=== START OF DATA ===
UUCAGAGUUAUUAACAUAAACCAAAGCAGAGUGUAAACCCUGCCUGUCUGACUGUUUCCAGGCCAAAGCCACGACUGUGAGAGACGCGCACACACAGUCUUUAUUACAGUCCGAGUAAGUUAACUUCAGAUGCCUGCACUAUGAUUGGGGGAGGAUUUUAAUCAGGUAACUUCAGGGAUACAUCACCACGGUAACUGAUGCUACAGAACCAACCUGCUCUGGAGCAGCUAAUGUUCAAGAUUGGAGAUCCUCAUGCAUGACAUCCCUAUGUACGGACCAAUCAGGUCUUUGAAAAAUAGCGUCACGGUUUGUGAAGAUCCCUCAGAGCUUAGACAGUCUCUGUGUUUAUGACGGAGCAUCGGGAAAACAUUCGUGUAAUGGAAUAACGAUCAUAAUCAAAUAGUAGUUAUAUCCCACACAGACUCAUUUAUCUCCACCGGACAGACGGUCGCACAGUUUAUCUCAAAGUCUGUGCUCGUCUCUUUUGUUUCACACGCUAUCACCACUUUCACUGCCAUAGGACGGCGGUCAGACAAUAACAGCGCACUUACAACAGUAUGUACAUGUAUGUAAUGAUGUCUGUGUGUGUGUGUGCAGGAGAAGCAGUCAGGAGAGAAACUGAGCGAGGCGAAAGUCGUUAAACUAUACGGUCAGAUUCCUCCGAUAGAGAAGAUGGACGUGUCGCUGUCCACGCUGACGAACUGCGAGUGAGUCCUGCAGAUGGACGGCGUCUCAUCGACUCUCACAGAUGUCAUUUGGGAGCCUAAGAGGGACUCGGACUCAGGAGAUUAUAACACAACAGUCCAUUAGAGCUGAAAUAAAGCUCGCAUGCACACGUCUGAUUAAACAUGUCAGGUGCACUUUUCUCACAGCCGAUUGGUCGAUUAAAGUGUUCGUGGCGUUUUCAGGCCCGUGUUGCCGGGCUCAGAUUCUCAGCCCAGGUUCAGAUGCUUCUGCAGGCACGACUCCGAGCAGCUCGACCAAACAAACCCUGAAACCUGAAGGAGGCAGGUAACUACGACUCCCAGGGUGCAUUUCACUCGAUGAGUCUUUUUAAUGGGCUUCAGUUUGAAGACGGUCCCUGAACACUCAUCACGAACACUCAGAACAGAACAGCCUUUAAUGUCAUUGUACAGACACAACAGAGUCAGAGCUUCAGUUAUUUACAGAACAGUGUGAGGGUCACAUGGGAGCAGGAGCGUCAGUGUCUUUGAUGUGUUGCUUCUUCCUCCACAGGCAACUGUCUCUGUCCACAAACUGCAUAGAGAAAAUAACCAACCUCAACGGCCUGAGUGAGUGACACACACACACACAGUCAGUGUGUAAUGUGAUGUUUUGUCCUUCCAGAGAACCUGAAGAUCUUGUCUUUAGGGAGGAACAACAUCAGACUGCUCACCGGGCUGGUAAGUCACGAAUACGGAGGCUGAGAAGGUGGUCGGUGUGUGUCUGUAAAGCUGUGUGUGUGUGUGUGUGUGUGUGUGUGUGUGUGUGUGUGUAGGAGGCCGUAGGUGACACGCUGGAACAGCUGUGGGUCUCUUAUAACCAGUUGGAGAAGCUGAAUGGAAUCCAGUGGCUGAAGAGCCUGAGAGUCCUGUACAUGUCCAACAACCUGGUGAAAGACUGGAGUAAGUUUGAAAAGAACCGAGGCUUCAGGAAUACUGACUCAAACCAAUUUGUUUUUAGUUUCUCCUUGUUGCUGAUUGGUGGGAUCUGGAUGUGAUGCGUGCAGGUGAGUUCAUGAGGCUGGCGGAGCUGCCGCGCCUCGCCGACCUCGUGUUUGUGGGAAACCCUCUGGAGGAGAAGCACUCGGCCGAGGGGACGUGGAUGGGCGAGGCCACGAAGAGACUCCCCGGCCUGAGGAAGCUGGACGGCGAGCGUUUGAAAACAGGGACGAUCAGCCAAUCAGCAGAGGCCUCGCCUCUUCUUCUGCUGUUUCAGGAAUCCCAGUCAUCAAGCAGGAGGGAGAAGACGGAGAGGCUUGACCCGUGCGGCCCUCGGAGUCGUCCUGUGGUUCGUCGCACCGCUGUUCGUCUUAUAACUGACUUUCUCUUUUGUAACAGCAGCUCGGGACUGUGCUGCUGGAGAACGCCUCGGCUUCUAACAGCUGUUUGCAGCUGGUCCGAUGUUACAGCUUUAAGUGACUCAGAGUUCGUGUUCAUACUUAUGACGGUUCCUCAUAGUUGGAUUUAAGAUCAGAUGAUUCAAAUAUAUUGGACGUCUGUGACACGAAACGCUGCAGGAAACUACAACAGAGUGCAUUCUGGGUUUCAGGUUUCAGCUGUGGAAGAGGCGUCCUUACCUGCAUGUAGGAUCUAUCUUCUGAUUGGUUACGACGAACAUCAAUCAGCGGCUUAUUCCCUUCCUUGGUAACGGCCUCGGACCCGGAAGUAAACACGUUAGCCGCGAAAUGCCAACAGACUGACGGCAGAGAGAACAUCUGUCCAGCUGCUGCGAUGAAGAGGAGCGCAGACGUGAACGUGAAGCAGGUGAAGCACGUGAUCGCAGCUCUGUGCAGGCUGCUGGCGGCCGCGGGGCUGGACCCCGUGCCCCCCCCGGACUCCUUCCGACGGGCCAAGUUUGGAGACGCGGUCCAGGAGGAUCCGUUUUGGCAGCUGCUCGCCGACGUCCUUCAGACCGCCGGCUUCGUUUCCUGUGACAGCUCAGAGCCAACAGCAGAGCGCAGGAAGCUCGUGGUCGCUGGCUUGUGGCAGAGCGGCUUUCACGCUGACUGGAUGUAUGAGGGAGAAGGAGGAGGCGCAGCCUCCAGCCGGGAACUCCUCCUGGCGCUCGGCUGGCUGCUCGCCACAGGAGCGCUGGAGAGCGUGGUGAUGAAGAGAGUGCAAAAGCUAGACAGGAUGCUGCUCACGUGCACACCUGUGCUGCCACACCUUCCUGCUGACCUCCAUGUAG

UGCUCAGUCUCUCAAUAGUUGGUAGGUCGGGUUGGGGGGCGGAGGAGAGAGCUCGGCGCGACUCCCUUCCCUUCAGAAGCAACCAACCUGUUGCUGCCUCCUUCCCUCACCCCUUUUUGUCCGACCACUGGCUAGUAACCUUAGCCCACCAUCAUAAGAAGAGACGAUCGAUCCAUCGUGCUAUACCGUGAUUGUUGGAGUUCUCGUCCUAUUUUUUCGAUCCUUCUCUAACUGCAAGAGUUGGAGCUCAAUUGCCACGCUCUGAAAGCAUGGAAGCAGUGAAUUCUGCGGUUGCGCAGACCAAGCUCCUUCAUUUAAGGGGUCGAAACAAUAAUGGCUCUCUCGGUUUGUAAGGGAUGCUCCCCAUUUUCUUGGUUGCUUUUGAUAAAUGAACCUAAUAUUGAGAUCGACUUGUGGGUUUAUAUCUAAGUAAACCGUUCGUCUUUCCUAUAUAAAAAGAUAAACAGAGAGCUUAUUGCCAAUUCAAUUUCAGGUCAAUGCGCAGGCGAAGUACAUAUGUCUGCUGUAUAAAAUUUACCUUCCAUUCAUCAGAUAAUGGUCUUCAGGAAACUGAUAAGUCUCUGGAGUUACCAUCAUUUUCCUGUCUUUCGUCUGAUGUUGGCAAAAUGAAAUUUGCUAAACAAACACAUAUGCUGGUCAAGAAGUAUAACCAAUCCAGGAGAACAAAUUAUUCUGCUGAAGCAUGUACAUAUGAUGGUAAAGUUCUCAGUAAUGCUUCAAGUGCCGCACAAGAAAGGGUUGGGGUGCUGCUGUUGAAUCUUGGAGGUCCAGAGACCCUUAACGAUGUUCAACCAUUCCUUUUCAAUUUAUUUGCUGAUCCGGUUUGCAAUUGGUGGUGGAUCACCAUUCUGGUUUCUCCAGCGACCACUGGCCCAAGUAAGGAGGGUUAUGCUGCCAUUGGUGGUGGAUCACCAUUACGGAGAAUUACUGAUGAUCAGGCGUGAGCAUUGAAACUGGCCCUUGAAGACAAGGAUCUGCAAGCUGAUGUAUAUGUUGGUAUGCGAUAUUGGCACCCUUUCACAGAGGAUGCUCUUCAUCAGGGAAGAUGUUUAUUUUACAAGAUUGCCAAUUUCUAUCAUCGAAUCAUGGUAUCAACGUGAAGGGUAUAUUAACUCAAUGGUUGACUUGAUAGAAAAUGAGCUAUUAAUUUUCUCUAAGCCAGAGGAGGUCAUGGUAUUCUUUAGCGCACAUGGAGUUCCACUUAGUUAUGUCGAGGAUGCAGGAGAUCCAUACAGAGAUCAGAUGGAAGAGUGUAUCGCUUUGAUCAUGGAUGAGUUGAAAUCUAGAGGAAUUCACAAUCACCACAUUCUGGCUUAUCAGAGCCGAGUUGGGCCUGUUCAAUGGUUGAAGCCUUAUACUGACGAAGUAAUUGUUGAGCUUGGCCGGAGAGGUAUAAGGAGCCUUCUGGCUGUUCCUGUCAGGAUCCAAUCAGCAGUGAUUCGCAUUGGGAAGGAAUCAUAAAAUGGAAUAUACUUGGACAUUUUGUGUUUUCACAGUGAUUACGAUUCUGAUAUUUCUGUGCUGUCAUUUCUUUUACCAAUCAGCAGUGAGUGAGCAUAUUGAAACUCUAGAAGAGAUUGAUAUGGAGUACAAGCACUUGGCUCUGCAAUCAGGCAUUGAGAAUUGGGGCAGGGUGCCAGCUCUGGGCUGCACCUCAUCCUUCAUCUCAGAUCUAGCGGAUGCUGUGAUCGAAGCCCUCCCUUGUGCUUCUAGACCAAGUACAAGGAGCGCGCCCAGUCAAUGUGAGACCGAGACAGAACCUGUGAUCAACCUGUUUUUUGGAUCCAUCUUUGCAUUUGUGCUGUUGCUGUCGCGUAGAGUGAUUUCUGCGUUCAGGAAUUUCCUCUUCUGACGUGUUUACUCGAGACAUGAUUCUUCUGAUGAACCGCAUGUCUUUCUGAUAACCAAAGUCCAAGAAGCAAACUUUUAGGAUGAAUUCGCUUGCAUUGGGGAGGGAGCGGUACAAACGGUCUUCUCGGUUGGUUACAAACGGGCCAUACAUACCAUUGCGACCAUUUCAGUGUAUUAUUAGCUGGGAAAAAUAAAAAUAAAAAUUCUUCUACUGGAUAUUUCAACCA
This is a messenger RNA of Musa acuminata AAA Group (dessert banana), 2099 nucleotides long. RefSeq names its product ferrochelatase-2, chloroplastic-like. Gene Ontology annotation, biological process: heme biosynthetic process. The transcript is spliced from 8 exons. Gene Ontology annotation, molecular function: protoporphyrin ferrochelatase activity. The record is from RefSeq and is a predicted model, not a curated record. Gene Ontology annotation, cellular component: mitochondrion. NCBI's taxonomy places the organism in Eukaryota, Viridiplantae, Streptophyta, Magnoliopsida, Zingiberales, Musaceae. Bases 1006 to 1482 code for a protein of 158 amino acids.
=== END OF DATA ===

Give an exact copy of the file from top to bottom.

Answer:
UUCAGAGUUAUUAACAUAAACCAAAGCAGAGUGUAAACCCUGCCUGUCUGACUGUUUCCAGGCCAAAGCCACGACUGUGAGAGACGCGCACACACAGUCUUUAUUACAGUCCGAGUAAGUUAACUUCAGAUGCCUGCACUAUGAUUGGGGGAGGAUUUUAAUCAGGUAACUUCAGGGAUACAUCACCACGGUAACUGAUGCUACAGAACCAACCUGCUCUGGAGCAGCUAAUGUUCAAGAUUGGAGAUCCUCAUGCAUGACAUCCCUAUGUACGGACCAAUCAGGUCUUUGAAAAAUAGCGUCACGGUUUGUGAAGAUCCCUCAGAGCUUAGACAGUCUCUGUGUUUAUGACGGAGCAUCGGGAAAACAUUCGUGUAAUGGAAUAACGAUCAUAAUCAAAUAGUAGUUAUAUCCCACACAGACUCAUUUAUCUCCACCGGACAGACGGUCGCACAGUUUAUCUCAAAGUCUGUGCUCGUCUCUUUUGUUUCACACGCUAUCACCACUUUCACUGCCAUAGGACGGCGGUCAGACAAUAACAGCGCACUUACAACAGUAUGUACAUGUAUGUAAUGAUGUCUGUGUGUGUGUGUGCAGGAGAAGCAGUCAGGAGAGAAACUGAGCGAGGCGAAAGUCGUUAAACUAUACGGUCAGAUUCCUCCGAUAGAGAAGAUGGACGUGUCGCUGUCCACGCUGACGAACUGCGAGUGAGUCCUGCAGAUGGACGGCGUCUCAUCGACUCUCACAGAUGUCAUUUGGGAGCCUAAGAGGGACUCGGACUCAGGAGAUUAUAACACAACAGUCCAUUAGAGCUGAAAUAAAGCUCGCAUGCACACGUCUGAUUAAACAUGUCAGGUGCACUUUUCUCACAGCCGAUUGGUCGAUUAAAGUGUUCGUGGCGUUUUCAGGCCCGUGUUGCCGGGCUCAGAUUCUCAGCCCAGGUUCAGAUGCUUCUGCAGGCACGACUCCGAGCAGCUCGACCAAACAAACCCUGAAACCUGAAGGAGGCAGGUAACUACGACUCCCAGGGUGCAUUUCACUCGAUGAGUCUUUUUAAUGGGCUUCAGUUUGAAGACGGUCCCUGAACACUCAUCACGAACACUCAGAACAGAACAGCCUUUAAUGUCAUUGUACAGACACAACAGAGUCAGAGCUUCAGUUAUUUACAGAACAGUGUGAGGGUCACAUGGGAGCAGGAGCGUCAGUGUCUUUGAUGUGUUGCUUCUUCCUCCACAGGCAACUGUCUCUGUCCACAAACUGCAUAGAGAAAAUAACCAACCUCAACGGCCUGAGUGAGUGACACACACACACACAGUCAGUGUGUAAUGUGAUGUUUUGUCCUUCCAGAGAACCUGAAGAUCUUGUCUUUAGGGAGGAACAACAUCAGACUGCUCACCGGGCUGGUAAGUCACGAAUACGGAGGCUGAGAAGGUGGUCGGUGUGUGUCUGUAAAGCUGUGUGUGUGUGUGUGUGUGUGUGUGUGUGUGUGUGUGUGUAGGAGGCCGUAGGUGACACGCUGGAACAGCUGUGGGUCUCUUAUAACCAGUUGGAGAAGCUGAAUGGAAUCCAGUGGCUGAAGAGCCUGAGAGUCCUGUACAUGUCCAACAACCUGGUGAAAGACUGGAGUAAGUUUGAAAAGAACCGAGGCUUCAGGAAUACUGACUCAAACCAAUUUGUUUUUAGUUUCUCCUUGUUGCUGAUUGGUGGGAUCUGGAUGUGAUGCGUGCAGGUGAGUUCAUGAGGCUGGCGGAGCUGCCGCGCCUCGCCGACCUCGUGUUUGUGGGAAACCCUCUGGAGGAGAAGCACUCGGCCGAGGGGACGUGGAUGGGCGAGGCCACGAAGAGACUCCCCGGCCUGAGGAAGCUGGACGGCGAGCGUUUGAAAACAGGGACGAUCAGCCAAUCAGCAGAGGCCUCGCCUCUUCUUCUGCUGUUUCAGGAAUCCCAGUCAUCAAGCAGGAGGGAGAAGACGGAGAGGCUUGACCCGUGCGGCCCUCGGAGUCGUCCUGUGGUUCGUCGCACCGCUGUUCGUCUUAUAACUGACUUUCUCUUUUGUAACAGCAGCUCGGGACUGUGCUGCUGGAGAACGCCUCGGCUUCUAACAGCUGUUUGCAGCUGGUCCGAUGUUACAGCUUUAAGUGACUCAGAGUUCGUGUUCAUACUUAUGACGGUUCCUCAUAGUUGGAUUUAAGAUCAGAUGAUUCAAAUAUAUUGGACGUCUGUGACACGAAACGCUGCAGGAAACUACAACAGAGUGCAUUCUGGGUUUCAGGUUUCAGCUGUGGAAGAGGCGUCCUUACCUGCAUGUAGGAUCUAUCUUCUGAUUGGUUACGACGAACAUCAAUCAGCGGCUUAUUCCCUUCCUUGGUAACGGCCUCGGACCCGGAAGUAAACACGUUAGCCGCGAAAUGCCAACAGACUGACGGCAGAGAGAACAUCUGUCCAGCUGCUGCGAUGAAGAGGAGCGCAGACGUGAACGUGAAGCAGGUGAAGCACGUGAUCGCAGCUCUGUGCAGGCUGCUGGCGGCCGCGGGGCUGGACCCCGUGCCCCCCCCGGACUCCUUCCGACGGGCCAAGUUUGGAGACGCGGUCCAGGAGGAUCCGUUUUGGCAGCUGCUCGCCGACGUCCUUCAGACCGCCGGCUUCGUUUCCUGUGACAGCUCAGAGCCAACAGCAGAGCGCAGGAAGCUCGUGGUCGCUGGCUUGUGGCAGAGCGGCUUUCACGCUGACUGGAUGUAUGAGGGAGAAGGAGGAGGCGCAGCCUCCAGCCGGGAACUCCUCCUGGCGCUCGGCUGGCUGCUCGCCACAGGAGCGCUGGAGAGCGUGGUGAUGAAGAGAGUGCAAAAGCUAGACAGGAUGCUGCUCACGUGCACACCUGUGCUGCCACACCUUCCUGCUGACCUCCAUGUAG

UGCUCAGUCUCUCAAUAGUUGGUAGGUCGGGUUGGGGGGCGGAGGAGAGAGCUCGGCGCGACUCCCUUCCCUUCAGAAGCAACCAACCUGUUGCUGCCUCCUUCCCUCACCCCUUUUUGUCCGACCACUGGCUAGUAACCUUAGCCCACCAUCAUAAGAAGAGACGAUCGAUCCAUCGUGCUAUACCGUGAUUGUUGGAGUUCUCGUCCUAUUUUUUCGAUCCUUCUCUAACUGCAAGAGUUGGAGCUCAAUUGCCACGCUCUGAAAGCAUGGAAGCAGUGAAUUCUGCGGUUGCGCAGACCAAGCUCCUUCAUUUAAGGGGUCGAAACAAUAAUGGCUCUCUCGGUUUGUAAGGGAUGCUCCCCAUUUUCUUGGUUGCUUUUGAUAAAUGAACCUAAUAUUGAGAUCGACUUGUGGGUUUAUAUCUAAGUAAACCGUUCGUCUUUCCUAUAUAAAAAGAUAAACAGAGAGCUUAUUGCCAAUUCAAUUUCAGGUCAAUGCGCAGGCGAAGUACAUAUGUCUGCUGUAUAAAAUUUACCUUCCAUUCAUCAGAUAAUGGUCUUCAGGAAACUGAUAAGUCUCUGGAGUUACCAUCAUUUUCCUGUCUUUCGUCUGAUGUUGGCAAAAUGAAAUUUGCUAAACAAACACAUAUGCUGGUCAAGAAGUAUAACCAAUCCAGGAGAACAAAUUAUUCUGCUGAAGCAUGUACAUAUGAUGGUAAAGUUCUCAGUAAUGCUUCAAGUGCCGCACAAGAAAGGGUUGGGGUGCUGCUGUUGAAUCUUGGAGGUCCAGAGACCCUUAACGAUGUUCAACCAUUCCUUUUCAAUUUAUUUGCUGAUCCGGUUUGCAAUUGGUGGUGGAUCACCAUUCUGGUUUCUCCAGCGACCACUGGCCCAAGUAAGGAGGGUUAUGCUGCCAUUGGUGGUGGAUCACCAUUACGGAGAAUUACUGAUGAUCAGGCGUGAGCAUUGAAACUGGCCCUUGAAGACAAGGAUCUGCAAGCUGAUGUAUAUGUUGGUAUGCGAUAUUGGCACCCUUUCACAGAGGAUGCUCUUCAUCAGGGAAGAUGUUUAUUUUACAAGAUUGCCAAUUUCUAUCAUCGAAUCAUGGUAUCAACGUGAAGGGUAUAUUAACUCAAUGGUUGACUUGAUAGAAAAUGAGCUAUUAAUUUUCUCUAAGCCAGAGGAGGUCAUGGUAUUCUUUAGCGCACAUGGAGUUCCACUUAGUUAUGUCGAGGAUGCAGGAGAUCCAUACAGAGAUCAGAUGGAAGAGUGUAUCGCUUUGAUCAUGGAUGAGUUGAAAUCUAGAGGAAUUCACAAUCACCACAUUCUGGCUUAUCAGAGCCGAGUUGGGCCUGUUCAAUGGUUGAAGCCUUAUACUGACGAAGUAAUUGUUGAGCUUGGCCGGAGAGGUAUAAGGAGCCUUCUGGCUGUUCCUGUCAGGAUCCAAUCAGCAGUGAUUCGCAUUGGGAAGGAAUCAUAAAAUGGAAUAUACUUGGACAUUUUGUGUUUUCACAGUGAUUACGAUUCUGAUAUUUCUGUGCUGUCAUUUCUUUUACCAAUCAGCAGUGAGUGAGCAUAUUGAAACUCUAGAAGAGAUUGAUAUGGAGUACAAGCACUUGGCUCUGCAAUCAGGCAUUGAGAAUUGGGGCAGGGUGCCAGCUCUGGGCUGCACCUCAUCCUUCAUCUCAGAUCUAGCGGAUGCUGUGAUCGAAGCCCUCCCUUGUGCUUCUAGACCAAGUACAAGGAGCGCGCCCAGUCAAUGUGAGACCGAGACAGAACCUGUGAUCAACCUGUUUUUUGGAUCCAUCUUUGCAUUUGUGCUGUUGCUGUCGCGUAGAGUGAUUUCUGCGUUCAGGAAUUUCCUCUUCUGACGUGUUUACUCGAGACAUGAUUCUUCUGAUGAACCGCAUGUCUUUCUGAUAACCAAAGUCCAAGAAGCAAACUUUUAGGAUGAAUUCGCUUGCAUUGGGGAGGGAGCGGUACAAACGGUCUUCUCGGUUGGUUACAAACGGGCCAUACAUACCAUUGCGACCAUUUCAGUGUAUUAUUAGCUGGGAAAAAUAAAAAUAAAAAUUCUUCUACUGGAUAUUUCAACCA
This is a messenger RNA of Musa acuminata AAA Group (dessert banana), 2099 nucleotides long. RefSeq names its product ferrochelatase-2, chloroplastic-like. Gene Ontology annotation, biological process: heme biosynthetic process. The transcript is spliced from 8 exons. Gene Ontology annotation, molecular function: protoporphyrin ferrochelatase activity. The record is from RefSeq and is a predicted model, not a curated record. Gene Ontology annotation, cellular component: mitochondrion. NCBI's taxonomy places the organism in Eukaryota, Viridiplantae, Streptophyta, Magnoliopsida, Zingiberales, Musaceae. Bases 1006 to 1482 code for a protein of 158 amino acids.